*Many thanks to the author, publisher Scribner and @netgalley for the early copy in exchange for an honest review.

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In The Sleepwalkers, Scarlett Thomas dissects a relationship (or rather, allows it to dissect itself). Newlyweds Evelyn and Richard are on a Greek island where his mother, her mother-in-law, has booked an idyllic (...supposedly...) hotel for the honeymoon. However, fissures are apparent from the very start, with Evie resentful of Annabelle's machinations, which both required the wedding to be brought froward and had them kicking their heels in a cheap hotel until their room at Villa Rosa become free. Moreover, it's the very end of the season, the island is visibly closing down day be day, and the locals say bad weather is coming. And Evelyn feels that Isabella, the owner of the hotel, is slighting her, talking past her to Richard, flirting with him. It may be true - the partial account that Evelyn gives certainly supports that, but then Richard's (also partial) account doesn't, or may not. Possibly he, a man flattered by Isabella's attention, isn't seeing, or doesn't want to see, what's going on.

Their relationship is hardly built on sold ground - there is the Thing that happened at the wedding, some scandal or a revelation so seismic that of course Evie and Richard won't discuss it at all.

Reflecting that fractured relationship, we get instead partial accounts of their final 48 hours on the island, letters written by each to the other, sound recordings, scraps torn from a hotel guest-book and other remnants. Some are incomplete, meaning that sentences break off or whole pages are absent:

"I knew he liked my innocence, and so I wore my

'Slut!' he said, pulling my hair and"

The whole is assembled into an archive letter and offered for our enlightenment. The list of items is given at the start of the book, a list that the reader may assume will guide then through this volume, but it will lead you astray. Apart from the items marked as missing (such as the set of photos) others are absent, or given out of order, or simply incomplete. So from the start we're in unreliable narrator territory, the narrator - or curator - of the story being Evie, who's compiled the documents in this particular case for reasons that only gradually become apparent.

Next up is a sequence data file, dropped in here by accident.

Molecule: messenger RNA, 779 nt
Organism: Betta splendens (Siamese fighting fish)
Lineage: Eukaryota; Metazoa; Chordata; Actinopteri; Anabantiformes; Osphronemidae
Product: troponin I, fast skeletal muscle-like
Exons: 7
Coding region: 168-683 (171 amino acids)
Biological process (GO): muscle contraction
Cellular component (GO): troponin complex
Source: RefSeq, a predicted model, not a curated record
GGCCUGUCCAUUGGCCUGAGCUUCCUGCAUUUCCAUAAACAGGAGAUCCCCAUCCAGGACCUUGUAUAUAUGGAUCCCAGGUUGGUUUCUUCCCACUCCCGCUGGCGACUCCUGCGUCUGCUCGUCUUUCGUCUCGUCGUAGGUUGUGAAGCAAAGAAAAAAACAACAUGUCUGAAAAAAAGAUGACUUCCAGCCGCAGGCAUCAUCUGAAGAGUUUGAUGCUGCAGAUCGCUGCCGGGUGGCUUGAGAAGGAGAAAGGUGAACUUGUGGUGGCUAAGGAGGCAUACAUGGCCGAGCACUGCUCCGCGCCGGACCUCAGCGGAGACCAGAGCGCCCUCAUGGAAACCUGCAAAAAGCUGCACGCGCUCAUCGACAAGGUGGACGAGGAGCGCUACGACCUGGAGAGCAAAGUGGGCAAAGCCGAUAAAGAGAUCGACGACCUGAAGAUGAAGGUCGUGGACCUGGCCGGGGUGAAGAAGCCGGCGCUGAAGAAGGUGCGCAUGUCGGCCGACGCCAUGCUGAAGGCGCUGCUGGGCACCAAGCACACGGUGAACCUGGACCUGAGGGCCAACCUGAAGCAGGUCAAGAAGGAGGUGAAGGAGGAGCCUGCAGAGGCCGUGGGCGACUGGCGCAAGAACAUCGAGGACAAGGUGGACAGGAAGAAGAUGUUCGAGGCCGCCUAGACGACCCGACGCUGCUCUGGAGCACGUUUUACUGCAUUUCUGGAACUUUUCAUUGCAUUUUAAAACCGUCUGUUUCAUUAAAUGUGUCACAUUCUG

Evie is, as becomes clear, somewhat obsessive, not only about Isabelle but also for example about the "beautiful people", a group of mysterious tourists on the island who are, seemingly, not just beautiful but wealthy, privileged and annoyingly, well, unavailable. With Evie's obsessions and Richard's wandering eye, and the secret they're not talking about, this is an enclosed, almost gothic, atmosphere, with trouble clearly brewing.

But the book is so much more than that. Always good at exploring and analysing the expectations placed on young women (if I can write "young women" without sounding about 150) here Thomas really takes the gloves of to expose stresses, pressures and tensions - as well as predatory males.

I love the way that Thomas presents this story, a many-layered, collusive telling that, in effect, makes everybody a biased witness. It's just revelatory to see the different, self-justifying, partial accounts which it is tempting to try to resolve, perhaps, into a single narrative - even though doing so involves taking sides, making choices, judging, aligning, excusing. Here the bonus is that both Evie and Richard also dodge backward and forward, explaining their earlier lives to try and account for their more recent actions. Sometimes this seems to the point, sometimes it seems to meander. Sometimes one ostensible form of writing gets taken over for another purpose, for example when Evie's attempt at a playscript (she's an actor and writer) veers off to explore a painful episode of her earlier life. (I would give a context warning here for rape references).